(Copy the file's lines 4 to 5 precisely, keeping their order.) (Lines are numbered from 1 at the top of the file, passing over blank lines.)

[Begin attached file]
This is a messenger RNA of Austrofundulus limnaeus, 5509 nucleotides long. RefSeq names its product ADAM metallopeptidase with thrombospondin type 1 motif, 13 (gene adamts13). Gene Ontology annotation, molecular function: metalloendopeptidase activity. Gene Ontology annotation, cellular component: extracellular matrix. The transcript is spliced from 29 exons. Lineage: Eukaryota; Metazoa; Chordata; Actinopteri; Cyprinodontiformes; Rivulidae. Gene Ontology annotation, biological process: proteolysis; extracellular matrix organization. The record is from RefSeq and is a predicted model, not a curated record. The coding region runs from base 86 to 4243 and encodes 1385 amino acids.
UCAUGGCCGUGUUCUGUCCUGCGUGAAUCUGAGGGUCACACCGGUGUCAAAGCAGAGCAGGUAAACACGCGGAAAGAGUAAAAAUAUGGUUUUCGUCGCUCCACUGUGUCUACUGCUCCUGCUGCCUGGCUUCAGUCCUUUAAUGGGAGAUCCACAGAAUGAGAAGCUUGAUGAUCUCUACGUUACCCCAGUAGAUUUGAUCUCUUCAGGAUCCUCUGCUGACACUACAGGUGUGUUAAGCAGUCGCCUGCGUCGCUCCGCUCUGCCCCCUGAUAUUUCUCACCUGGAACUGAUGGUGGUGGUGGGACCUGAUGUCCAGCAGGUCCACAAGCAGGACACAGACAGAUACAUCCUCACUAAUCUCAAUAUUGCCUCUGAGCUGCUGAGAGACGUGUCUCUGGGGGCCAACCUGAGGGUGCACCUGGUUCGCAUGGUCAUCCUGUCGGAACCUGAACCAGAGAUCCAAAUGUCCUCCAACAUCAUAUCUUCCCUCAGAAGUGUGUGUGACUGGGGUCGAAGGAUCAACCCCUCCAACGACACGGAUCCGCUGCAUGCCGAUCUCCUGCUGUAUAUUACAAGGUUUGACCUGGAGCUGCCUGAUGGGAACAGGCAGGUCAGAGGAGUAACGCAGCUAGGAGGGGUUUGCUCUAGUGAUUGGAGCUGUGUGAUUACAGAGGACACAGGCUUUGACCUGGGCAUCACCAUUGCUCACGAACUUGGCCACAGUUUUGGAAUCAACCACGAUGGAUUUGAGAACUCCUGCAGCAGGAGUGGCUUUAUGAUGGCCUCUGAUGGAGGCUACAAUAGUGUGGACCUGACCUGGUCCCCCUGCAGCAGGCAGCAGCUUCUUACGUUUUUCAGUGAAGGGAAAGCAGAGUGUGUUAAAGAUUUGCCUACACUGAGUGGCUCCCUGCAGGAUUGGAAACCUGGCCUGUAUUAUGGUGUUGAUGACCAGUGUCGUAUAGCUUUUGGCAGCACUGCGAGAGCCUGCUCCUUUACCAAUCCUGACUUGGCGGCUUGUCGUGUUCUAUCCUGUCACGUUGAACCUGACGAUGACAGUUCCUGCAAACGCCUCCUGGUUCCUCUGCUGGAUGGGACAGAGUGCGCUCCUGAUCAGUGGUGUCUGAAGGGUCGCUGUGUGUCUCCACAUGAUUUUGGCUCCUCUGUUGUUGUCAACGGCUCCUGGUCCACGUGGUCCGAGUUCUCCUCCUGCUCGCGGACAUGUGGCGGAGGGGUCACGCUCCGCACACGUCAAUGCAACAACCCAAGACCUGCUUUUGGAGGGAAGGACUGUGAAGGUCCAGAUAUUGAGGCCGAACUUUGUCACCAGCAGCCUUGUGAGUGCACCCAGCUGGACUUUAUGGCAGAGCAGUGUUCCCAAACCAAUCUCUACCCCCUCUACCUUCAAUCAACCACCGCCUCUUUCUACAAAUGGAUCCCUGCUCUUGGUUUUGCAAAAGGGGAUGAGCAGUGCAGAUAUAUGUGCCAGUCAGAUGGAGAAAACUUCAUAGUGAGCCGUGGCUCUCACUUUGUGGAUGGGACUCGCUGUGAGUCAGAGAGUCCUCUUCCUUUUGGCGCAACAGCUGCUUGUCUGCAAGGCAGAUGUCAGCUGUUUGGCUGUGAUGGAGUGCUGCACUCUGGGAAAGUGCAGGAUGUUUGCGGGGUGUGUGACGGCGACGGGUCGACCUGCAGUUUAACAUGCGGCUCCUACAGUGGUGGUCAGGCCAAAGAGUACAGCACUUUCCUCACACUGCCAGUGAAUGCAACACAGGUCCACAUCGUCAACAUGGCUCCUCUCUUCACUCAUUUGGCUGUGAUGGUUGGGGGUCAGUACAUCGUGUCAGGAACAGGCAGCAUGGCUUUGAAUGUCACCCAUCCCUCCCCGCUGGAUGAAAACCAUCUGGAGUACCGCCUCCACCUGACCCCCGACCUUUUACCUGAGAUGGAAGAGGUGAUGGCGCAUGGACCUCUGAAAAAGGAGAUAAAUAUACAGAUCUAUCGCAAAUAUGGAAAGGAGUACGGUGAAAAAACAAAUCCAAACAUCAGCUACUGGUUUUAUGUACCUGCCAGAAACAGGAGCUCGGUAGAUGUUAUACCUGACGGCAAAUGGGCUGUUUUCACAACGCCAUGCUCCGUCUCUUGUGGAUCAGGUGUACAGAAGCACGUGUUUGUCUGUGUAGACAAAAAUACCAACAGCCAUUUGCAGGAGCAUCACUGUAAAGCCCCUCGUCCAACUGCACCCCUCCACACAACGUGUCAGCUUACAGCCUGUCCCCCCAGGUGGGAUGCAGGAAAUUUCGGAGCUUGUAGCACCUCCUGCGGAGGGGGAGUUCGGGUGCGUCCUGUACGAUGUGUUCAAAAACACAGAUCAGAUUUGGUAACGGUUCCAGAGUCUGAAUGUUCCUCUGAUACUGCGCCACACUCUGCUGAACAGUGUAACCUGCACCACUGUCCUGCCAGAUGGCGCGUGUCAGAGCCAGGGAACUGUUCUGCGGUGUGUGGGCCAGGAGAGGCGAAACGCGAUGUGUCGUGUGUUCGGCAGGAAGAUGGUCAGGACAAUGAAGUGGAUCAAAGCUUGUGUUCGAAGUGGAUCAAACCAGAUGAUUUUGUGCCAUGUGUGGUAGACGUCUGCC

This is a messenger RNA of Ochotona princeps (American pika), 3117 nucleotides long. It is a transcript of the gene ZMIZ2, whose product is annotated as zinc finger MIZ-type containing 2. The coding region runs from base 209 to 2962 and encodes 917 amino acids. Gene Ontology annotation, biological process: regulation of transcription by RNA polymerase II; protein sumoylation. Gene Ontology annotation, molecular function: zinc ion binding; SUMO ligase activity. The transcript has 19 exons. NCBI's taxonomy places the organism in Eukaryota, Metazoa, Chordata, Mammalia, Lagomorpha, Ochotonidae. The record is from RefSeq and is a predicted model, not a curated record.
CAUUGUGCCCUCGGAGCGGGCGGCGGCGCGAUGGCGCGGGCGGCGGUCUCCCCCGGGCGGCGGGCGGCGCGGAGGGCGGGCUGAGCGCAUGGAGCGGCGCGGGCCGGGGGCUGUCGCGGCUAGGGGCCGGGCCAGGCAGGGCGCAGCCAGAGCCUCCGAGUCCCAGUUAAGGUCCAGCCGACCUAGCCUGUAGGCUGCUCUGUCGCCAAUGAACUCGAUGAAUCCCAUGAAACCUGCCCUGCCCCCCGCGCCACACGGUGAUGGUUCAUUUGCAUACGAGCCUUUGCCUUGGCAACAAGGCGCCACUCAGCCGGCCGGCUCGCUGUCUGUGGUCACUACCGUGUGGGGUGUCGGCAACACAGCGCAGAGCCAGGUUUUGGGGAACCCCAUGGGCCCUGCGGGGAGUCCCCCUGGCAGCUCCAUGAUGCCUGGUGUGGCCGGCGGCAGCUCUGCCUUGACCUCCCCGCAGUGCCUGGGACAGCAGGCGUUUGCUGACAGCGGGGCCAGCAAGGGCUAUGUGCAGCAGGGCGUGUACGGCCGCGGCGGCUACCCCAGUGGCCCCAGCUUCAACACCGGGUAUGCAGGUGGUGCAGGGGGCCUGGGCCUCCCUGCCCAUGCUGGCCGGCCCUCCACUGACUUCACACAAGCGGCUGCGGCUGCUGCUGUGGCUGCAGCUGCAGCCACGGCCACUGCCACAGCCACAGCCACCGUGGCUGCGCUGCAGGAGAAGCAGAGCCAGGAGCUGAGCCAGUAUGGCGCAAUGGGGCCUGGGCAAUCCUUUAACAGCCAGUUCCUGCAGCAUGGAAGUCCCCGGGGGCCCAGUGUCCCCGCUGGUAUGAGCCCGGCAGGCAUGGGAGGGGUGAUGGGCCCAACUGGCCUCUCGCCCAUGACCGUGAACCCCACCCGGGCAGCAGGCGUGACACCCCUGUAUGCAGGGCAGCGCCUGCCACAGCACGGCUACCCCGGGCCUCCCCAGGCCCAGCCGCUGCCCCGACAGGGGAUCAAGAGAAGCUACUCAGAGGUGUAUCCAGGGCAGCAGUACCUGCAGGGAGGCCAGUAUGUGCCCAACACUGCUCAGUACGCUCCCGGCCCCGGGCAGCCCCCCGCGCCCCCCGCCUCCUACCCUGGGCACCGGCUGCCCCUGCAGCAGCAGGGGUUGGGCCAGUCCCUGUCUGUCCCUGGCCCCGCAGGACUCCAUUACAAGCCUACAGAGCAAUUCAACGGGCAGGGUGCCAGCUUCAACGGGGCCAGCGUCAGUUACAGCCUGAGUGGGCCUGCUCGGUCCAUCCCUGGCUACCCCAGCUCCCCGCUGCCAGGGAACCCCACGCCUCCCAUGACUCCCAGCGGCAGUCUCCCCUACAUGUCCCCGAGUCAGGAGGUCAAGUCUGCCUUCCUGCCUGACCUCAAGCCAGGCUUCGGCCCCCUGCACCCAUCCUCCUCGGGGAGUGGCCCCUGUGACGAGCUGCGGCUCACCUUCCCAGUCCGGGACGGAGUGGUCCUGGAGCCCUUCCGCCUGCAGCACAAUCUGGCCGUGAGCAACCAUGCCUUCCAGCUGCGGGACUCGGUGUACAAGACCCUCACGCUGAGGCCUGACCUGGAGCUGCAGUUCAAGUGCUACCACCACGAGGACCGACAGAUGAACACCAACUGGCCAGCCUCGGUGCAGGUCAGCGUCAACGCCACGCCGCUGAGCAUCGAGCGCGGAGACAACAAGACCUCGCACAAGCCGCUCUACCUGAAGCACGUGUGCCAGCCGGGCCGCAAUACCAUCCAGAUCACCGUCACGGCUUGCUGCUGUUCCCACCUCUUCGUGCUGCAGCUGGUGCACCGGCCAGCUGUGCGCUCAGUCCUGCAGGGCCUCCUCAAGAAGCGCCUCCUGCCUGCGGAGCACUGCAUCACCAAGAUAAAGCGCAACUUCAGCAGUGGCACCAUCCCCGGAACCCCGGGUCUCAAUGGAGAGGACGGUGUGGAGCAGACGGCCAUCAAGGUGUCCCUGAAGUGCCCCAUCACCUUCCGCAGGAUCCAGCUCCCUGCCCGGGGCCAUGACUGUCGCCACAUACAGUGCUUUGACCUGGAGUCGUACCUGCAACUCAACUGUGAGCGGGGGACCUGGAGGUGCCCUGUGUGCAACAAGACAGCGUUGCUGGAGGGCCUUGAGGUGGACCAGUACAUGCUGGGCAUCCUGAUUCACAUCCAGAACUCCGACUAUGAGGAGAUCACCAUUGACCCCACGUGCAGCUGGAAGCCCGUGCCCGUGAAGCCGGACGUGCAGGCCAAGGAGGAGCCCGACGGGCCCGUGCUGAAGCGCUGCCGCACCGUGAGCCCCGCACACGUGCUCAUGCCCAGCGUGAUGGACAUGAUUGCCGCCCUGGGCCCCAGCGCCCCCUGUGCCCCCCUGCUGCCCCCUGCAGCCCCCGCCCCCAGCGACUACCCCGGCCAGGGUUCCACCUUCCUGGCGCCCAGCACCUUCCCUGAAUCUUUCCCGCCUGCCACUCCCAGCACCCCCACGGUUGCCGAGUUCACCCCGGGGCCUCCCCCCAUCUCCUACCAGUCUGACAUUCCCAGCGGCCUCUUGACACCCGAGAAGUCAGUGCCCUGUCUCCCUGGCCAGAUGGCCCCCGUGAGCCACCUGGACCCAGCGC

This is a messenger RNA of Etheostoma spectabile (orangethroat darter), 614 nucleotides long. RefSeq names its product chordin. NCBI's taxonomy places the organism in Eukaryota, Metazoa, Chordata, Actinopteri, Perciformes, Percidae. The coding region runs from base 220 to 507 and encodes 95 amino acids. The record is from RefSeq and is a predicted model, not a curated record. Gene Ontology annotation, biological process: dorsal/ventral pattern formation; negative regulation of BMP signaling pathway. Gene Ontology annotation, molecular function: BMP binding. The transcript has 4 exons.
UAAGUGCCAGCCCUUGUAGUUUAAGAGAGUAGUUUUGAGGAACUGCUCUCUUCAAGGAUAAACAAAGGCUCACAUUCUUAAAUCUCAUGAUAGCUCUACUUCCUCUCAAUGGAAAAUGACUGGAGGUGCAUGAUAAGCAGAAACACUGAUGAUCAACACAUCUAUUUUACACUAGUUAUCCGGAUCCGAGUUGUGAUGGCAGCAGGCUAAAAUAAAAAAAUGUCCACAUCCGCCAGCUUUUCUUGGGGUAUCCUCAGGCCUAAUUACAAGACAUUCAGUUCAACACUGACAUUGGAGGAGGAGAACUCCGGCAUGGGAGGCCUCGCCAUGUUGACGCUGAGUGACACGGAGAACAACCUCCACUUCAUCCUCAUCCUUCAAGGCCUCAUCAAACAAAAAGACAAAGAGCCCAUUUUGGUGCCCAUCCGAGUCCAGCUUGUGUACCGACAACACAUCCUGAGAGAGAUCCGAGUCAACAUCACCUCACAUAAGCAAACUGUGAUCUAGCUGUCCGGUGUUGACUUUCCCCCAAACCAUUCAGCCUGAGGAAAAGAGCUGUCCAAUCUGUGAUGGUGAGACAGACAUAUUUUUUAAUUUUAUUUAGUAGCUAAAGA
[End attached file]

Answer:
CAUUGUGCCCUCGGAGCGGGCGGCGGCGCGAUGGCGCGGGCGGCGGUCUCCCCCGGGCGGCGGGCGGCGCGGAGGGCGGGCUGAGCGCAUGGAGCGGCGCGGGCCGGGGGCUGUCGCGGCUAGGGGCCGGGCCAGGCAGGGCGCAGCCAGAGCCUCCGAGUCCCAGUUAAGGUCCAGCCGACCUAGCCUGUAGGCUGCUCUGUCGCCAAUGAACUCGAUGAAUCCCAUGAAACCUGCCCUGCCCCCCGCGCCACACGGUGAUGGUUCAUUUGCAUACGAGCCUUUGCCUUGGCAACAAGGCGCCACUCAGCCGGCCGGCUCGCUGUCUGUGGUCACUACCGUGUGGGGUGUCGGCAACACAGCGCAGAGCCAGGUUUUGGGGAACCCCAUGGGCCCUGCGGGGAGUCCCCCUGGCAGCUCCAUGAUGCCUGGUGUGGCCGGCGGCAGCUCUGCCUUGACCUCCCCGCAGUGCCUGGGACAGCAGGCGUUUGCUGACAGCGGGGCCAGCAAGGGCUAUGUGCAGCAGGGCGUGUACGGCCGCGGCGGCUACCCCAGUGGCCCCAGCUUCAACACCGGGUAUGCAGGUGGUGCAGGGGGCCUGGGCCUCCCUGCCCAUGCUGGCCGGCCCUCCACUGACUUCACACAAGCGGCUGCGGCUGCUGCUGUGGCUGCAGCUGCAGCCACGGCCACUGCCACAGCCACAGCCACCGUGGCUGCGCUGCAGGAGAAGCAGAGCCAGGAGCUGAGCCAGUAUGGCGCAAUGGGGCCUGGGCAAUCCUUUAACAGCCAGUUCCUGCAGCAUGGAAGUCCCCGGGGGCCCAGUGUCCCCGCUGGUAUGAGCCCGGCAGGCAUGGGAGGGGUGAUGGGCCCAACUGGCCUCUCGCCCAUGACCGUGAACCCCACCCGGGCAGCAGGCGUGACACCCCUGUAUGCAGGGCAGCGCCUGCCACAGCACGGCUACCCCGGGCCUCCCCAGGCCCAGCCGCUGCCCCGACAGGGGAUCAAGAGAAGCUACUCAGAGGUGUAUCCAGGGCAGCAGUACCUGCAGGGAGGCCAGUAUGUGCCCAACACUGCUCAGUACGCUCCCGGCCCCGGGCAGCCCCCCGCGCCCCCCGCCUCCUACCCUGGGCACCGGCUGCCCCUGCAGCAGCAGGGGUUGGGCCAGUCCCUGUCUGUCCCUGGCCCCGCAGGACUCCAUUACAAGCCUACAGAGCAAUUCAACGGGCAGGGUGCCAGCUUCAACGGGGCCAGCGUCAGUUACAGCCUGAGUGGGCCUGCUCGGUCCAUCCCUGGCUACCCCAGCUCCCCGCUGCCAGGGAACCCCACGCCUCCCAUGACUCCCAGCGGCAGUCUCCCCUACAUGUCCCCGAGUCAGGAGGUCAAGUCUGCCUUCCUGCCUGACCUCAAGCCAGGCUUCGGCCCCCUGCACCCAUCCUCCUCGGGGAGUGGCCCCUGUGACGAGCUGCGGCUCACCUUCCCAGUCCGGGACGGAGUGGUCCUGGAGCCCUUCCGCCUGCAGCACAAUCUGGCCGUGAGCAACCAUGCCUUCCAGCUGCGGGACUCGGUGUACAAGACCCUCACGCUGAGGCCUGACCUGGAGCUGCAGUUCAAGUGCUACCACCACGAGGACCGACAGAUGAACACCAACUGGCCAGCCUCGGUGCAGGUCAGCGUCAACGCCACGCCGCUGAGCAUCGAGCGCGGAGACAACAAGACCUCGCACAAGCCGCUCUACCUGAAGCACGUGUGCCAGCCGGGCCGCAAUACCAUCCAGAUCACCGUCACGGCUUGCUGCUGUUCCCACCUCUUCGUGCUGCAGCUGGUGCACCGGCCAGCUGUGCGCUCAGUCCUGCAGGGCCUCCUCAAGAAGCGCCUCCUGCCUGCGGAGCACUGCAUCACCAAGAUAAAGCGCAACUUCAGCAGUGGCACCAUCCCCGGAACCCCGGGUCUCAAUGGAGAGGACGGUGUGGAGCAGACGGCCAUCAAGGUGUCCCUGAAGUGCCCCAUCACCUUCCGCAGGAUCCAGCUCCCUGCCCGGGGCCAUGACUGUCGCCACAUACAGUGCUUUGACCUGGAGUCGUACCUGCAACUCAACUGUGAGCGGGGGACCUGGAGGUGCCCUGUGUGCAACAAGACAGCGUUGCUGGAGGGCCUUGAGGUGGACCAGUACAUGCUGGGCAUCCUGAUUCACAUCCAGAACUCCGACUAUGAGGAGAUCACCAUUGACCCCACGUGCAGCUGGAAGCCCGUGCCCGUGAAGCCGGACGUGCAGGCCAAGGAGGAGCCCGACGGGCCCGUGCUGAAGCGCUGCCGCACCGUGAGCCCCGCACACGUGCUCAUGCCCAGCGUGAUGGACAUGAUUGCCGCCCUGGGCCCCAGCGCCCCCUGUGCCCCCCUGCUGCCCCCUGCAGCCCCCGCCCCCAGCGACUACCCCGGCCAGGGUUCCACCUUCCUGGCGCCCAGCACCUUCCCUGAAUCUUUCCCGCCUGCCACUCCCAGCACCCCCACGGUUGCCGAGUUCACCCCGGGGCCUCCCCCCAUCUCCUACCAGUCUGACAUUCCCAGCGGCCUCUUGACACCCGAGAAGUCAGUGCCCUGUCUCCCUGGCCAGAUGGCCCCCGUGAGCCACCUGGACCCAGCGC

This is a messenger RNA of Etheostoma spectabile (orangethroat darter), 614 nucleotides long. RefSeq names its product chordin. NCBI's taxonomy places the organism in Eukaryota, Metazoa, Chordata, Actinopteri, Perciformes, Percidae. The coding region runs from base 220 to 507 and encodes 95 amino acids. The record is from RefSeq and is a predicted model, not a curated record. Gene Ontology annotation, biological process: dorsal/ventral pattern formation; negative regulation of BMP signaling pathway. Gene Ontology annotation, molecular function: BMP binding. The transcript has 4 exons.